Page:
The day started with a special occasion morning religious service. Our was held at a local conference center so that we could all join in one big group celebration. Even then, they held five different sessions and each was full. Maybe tens of thousands of Muslims passed through the doors that day. Hectic, but nice. A local politician came out to address the crowd. As a US tax-exempt organization, our mosque can't endorse any political candidates, and if they invite one they have to invite them all (or they risk losing their tax-exempt status.) I always take note of who shows up, who thinks it's important to talk to Muslims too. This guy - Mark Herring - did a nice job, and even mentioned that he "will stand by your community." And it's not an election year for him, but he still came. Bonus points.
After the prayers, we stopped by the little carnival our mosque held in the same location. Moonbounce, cotton candy and a toy for the baby from one of the vendors. The baby chose a bubble-shooting gun thing that the vendor guy was holding in his had to display. The one he sold us worked for exactly NOT EVEN THE FIRST SECOND. Seriously, not a single bubble was shot. But triumphant Mian to the rescue, he was able to Macguyver-style fix it with the tube from a ballpoint refill later in the afternoon. Even then it worked only for about 15 minutes, but the holiday was saved!
A big part of Eid celebrations is about new clothes. I had three new saris I'd brought back with me from Pakistan last time, but it's hard to pray in a sari. I didn't think I had anything else new, but at the last minute I found one un-worn shalwar kameez. It was very plain though, not shiny enough for such a celebratory day, so I only wore it to the morning prayers. We had invitations to two parties on the Eid day, so after we came home and ate some brunch, I changed into one of the glittery sarees. A red & orange benarsi silk number. We went to a friend's house, his family is Bengali and I hear Bengali women wear a lot of saris, so it turned out to be a good choice and his mother complimented me a lot :)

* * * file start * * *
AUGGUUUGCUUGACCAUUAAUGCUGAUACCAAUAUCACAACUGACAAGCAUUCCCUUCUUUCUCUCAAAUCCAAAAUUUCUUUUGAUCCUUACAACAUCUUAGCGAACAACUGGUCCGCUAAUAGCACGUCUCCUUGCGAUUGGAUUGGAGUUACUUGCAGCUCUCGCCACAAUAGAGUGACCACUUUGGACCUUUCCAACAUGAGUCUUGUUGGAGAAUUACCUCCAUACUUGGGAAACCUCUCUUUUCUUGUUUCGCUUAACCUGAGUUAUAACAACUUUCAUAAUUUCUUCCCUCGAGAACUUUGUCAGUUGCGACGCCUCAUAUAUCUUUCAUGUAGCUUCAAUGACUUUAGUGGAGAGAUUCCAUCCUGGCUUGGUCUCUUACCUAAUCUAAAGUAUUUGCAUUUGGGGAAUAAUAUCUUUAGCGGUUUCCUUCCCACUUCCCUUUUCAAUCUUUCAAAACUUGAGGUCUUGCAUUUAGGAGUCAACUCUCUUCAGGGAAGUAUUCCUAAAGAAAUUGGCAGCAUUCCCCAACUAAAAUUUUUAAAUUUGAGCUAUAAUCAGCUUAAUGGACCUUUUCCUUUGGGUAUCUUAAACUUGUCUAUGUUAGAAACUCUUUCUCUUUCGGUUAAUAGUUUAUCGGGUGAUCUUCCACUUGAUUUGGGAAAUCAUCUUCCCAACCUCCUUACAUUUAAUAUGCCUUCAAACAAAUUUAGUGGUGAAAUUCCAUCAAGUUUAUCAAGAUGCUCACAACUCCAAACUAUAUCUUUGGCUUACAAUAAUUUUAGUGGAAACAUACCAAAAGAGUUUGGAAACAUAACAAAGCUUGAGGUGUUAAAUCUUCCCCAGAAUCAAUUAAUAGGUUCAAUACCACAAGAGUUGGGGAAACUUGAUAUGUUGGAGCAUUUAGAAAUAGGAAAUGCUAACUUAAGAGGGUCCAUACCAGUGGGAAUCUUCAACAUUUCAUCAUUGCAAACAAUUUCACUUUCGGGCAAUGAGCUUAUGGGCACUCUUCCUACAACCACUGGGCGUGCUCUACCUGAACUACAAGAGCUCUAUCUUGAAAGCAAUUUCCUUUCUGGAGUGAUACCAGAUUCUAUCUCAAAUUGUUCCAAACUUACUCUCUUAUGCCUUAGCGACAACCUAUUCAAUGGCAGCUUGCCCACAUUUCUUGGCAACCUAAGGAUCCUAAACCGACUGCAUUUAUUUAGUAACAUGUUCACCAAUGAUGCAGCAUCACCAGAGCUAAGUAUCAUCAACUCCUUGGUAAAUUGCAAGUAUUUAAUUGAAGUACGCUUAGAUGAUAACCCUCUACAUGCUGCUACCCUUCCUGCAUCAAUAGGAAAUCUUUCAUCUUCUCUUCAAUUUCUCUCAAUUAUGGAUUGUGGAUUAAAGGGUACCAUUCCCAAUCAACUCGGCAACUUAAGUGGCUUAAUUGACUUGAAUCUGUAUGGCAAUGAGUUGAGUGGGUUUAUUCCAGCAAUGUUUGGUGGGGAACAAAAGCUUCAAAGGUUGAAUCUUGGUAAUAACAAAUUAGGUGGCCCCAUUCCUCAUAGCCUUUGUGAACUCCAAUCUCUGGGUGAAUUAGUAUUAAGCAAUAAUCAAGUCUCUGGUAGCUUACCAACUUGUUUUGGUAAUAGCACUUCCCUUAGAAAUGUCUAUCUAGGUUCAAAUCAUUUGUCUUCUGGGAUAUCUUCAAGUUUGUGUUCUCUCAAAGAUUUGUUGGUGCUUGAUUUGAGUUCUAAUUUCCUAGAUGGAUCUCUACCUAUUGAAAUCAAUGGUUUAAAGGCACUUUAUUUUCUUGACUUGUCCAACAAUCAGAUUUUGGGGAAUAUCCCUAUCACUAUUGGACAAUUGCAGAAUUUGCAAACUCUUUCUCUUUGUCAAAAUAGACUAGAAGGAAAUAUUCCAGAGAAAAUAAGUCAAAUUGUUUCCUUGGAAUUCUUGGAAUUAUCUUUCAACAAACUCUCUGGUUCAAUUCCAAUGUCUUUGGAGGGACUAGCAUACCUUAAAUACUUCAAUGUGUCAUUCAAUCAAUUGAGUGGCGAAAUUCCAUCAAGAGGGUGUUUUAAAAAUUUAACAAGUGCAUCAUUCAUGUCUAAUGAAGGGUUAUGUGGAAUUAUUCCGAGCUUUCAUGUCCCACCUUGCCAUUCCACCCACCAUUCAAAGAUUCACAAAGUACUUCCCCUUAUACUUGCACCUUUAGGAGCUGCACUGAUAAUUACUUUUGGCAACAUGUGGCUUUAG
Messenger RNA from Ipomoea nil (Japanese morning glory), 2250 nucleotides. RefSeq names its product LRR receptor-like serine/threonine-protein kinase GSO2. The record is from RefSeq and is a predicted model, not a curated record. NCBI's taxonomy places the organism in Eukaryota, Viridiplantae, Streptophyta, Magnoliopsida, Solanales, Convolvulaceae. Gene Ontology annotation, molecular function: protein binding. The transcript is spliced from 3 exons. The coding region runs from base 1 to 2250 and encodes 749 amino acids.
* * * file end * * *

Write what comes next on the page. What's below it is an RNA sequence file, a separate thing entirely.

In the evening, I changed clothes again! My sister-in-law had brought me a new saree when she came to live with us and she had a matching one. They were different colors; mine was greenish-grey and hers was blueish-grey, but they had the same borders and embroidery, so you could tell they matched. We wanted to wear them together, and the Eid party was the first opportunity.
We'd bought new clothes for M and the baby from Karachi when we were there. Both wore blue Junaid Jamshed shalwar kameez and M had a waistcoat. I'm telling you, I love the way a waistcoat looks! I wish I could have found a matching one for the baby, but I've only ever found those chamak-y, mirror-worked waistcoats for kids. This one was a formal, pinstriped number. The boys all of course wore the same outfits all day. Boys! My sister-in-law had been saving her favorite not-yet-worn outfit for Eid, a red shalwar kameez.
On the second day of Eid - celebrations last for three days, did I forget to mention that? - we hosted a barbeque at our home. Mian is known for his Bihari kabab skeellzzz. We invited 40 people and Chachoo spent 2 hours painstakingly threading thin strips of meat onto skewers. Mian spent three hours grilling them! I spent those three hours running back and forth between my kitchen and the backyard getting all the other supplies. Onions must be sliced, ice refilled. The four cakes our guests brought must be set up on the dessert table. Still, a barbeque is a relatively less stress party to have, so it was very nice. We did it last Eid and I think we'll make Eid barbeques our tradition from now on.
On the third day of Eid, we went to the closest cousins' house, about two hours away. M has a small contingent of cousins between us and New Jersey, so most of them all congregate at this one middle cousin's home. I wore an old shalwar kameez, one from Chachoo's mehendi. (The green one from this post.) Everyone else re-wore their Eid clothes. The party was nice, and it was nice to have so many things to do all Eid weekend. But it ended on a bit of a sour note when one of M's cousins who was there said something that upset me. There was some discussion going on and I had lost track of the conversation, so I looked to my Mian for some translation and the cousin said something like "Look how much pain he's in, he has to make his wife understand." And he's freaking right, because I didn't even understand that part and M had to tell me about it later. He told me just a few minutes before we were leaving, we'd already packed up, and it upset me so badly I had to go to the bathroom because I was starting to cry. I'm a source of PAIN? And calling me that on Eid, and then I don't even understand it. I just felt like such a huge idiot, being talked about behind my back but I'm RIGHT THERE, and too stupid to even get it. And this is supposed to be my FAMILY. I cried a bit on the way back home too, and everyone tried to make me feel better. (But that made it worse, since I'm generally a closet crier and hate to be emotional in public and I was trying to hide it as much as I could. But failing.)
I feel so incredibly lucky to have been so welcomed by M's family, it stings to think that's not always the case. To feel judged. And I know a lot of people in my situation have dealt with serious issues - this is not serious. But it still really hurt my feelings. Anyway, it was a great, great Eid for 2.85 of the 3 days, with just a bit of a sour ending.
What about you all - how did you spend your Eid?
|Chicken & Beef, spiced & threaded onto skewers.|
|Mian at work. We brought this barbeque grill from Pakistan so we could make bihari kabob even more authentically. It took almost an entire suitcase.|
|Overstocked dessert table.|
|My boys in their Eid finery, on their way to Party #2|